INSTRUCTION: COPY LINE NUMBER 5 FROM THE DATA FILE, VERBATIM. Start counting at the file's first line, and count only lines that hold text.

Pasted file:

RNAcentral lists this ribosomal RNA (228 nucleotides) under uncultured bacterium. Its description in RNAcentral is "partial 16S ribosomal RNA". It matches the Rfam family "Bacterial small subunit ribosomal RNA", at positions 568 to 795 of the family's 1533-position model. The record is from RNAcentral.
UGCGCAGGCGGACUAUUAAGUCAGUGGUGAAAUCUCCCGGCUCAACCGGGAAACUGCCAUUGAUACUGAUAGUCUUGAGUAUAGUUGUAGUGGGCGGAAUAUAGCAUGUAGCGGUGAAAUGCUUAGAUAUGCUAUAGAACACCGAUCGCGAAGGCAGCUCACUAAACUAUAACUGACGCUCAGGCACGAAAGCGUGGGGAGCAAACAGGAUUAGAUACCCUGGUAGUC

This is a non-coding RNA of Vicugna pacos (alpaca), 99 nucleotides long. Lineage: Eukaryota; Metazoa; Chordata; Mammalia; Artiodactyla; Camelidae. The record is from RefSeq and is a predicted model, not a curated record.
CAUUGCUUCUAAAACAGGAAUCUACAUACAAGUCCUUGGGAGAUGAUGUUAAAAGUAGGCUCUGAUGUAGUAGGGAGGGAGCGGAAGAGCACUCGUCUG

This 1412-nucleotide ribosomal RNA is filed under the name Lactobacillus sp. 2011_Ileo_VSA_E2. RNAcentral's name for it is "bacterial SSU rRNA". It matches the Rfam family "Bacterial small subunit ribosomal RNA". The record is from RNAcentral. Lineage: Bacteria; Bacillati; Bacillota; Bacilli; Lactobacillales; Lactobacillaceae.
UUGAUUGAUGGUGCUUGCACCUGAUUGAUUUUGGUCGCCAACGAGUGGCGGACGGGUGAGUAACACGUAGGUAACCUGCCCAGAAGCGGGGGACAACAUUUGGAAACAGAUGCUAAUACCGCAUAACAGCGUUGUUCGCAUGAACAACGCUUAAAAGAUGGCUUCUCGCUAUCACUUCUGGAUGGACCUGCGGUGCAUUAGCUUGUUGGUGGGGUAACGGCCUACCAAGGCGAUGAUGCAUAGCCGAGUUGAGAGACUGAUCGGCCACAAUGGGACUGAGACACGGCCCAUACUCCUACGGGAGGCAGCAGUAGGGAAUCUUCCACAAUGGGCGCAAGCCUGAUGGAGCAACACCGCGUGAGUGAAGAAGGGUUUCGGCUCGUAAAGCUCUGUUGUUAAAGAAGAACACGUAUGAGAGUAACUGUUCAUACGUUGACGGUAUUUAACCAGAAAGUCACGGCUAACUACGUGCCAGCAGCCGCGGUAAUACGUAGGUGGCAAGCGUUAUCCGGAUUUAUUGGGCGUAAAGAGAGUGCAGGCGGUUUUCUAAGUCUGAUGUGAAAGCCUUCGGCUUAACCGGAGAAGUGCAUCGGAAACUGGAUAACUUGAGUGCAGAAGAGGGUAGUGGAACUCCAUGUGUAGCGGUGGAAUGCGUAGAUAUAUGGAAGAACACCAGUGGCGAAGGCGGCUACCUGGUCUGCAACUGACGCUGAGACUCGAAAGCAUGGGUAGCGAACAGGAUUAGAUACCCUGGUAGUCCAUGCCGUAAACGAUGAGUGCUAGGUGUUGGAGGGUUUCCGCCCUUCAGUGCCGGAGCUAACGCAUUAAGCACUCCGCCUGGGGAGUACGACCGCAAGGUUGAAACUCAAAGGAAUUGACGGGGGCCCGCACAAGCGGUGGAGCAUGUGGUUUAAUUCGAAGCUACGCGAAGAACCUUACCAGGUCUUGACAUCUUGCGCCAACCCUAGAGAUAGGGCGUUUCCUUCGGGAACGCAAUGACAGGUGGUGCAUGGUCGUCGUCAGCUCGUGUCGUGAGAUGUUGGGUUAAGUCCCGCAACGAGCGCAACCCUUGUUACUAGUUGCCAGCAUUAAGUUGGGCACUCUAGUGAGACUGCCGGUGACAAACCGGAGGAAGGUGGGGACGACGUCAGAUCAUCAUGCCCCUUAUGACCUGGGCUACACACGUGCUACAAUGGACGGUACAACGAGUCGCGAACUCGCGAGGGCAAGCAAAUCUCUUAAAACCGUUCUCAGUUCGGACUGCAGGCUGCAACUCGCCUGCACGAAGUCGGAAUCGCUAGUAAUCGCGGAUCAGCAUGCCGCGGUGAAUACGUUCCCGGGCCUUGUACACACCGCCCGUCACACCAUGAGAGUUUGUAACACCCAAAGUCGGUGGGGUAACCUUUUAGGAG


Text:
This 1412-nucleotide ribosomal RNA is filed under the name Lactobacillus sp. 2011_Ileo_VSA_E2. RNAcentral's name for it is "bacterial SSU rRNA". It matches the Rfam family "Bacterial small subunit ribosomal RNA". The record is from RNAcentral. Lineage: Bacteria; Bacillati; Bacillota; Bacilli; Lactobacillales; Lactobacillaceae.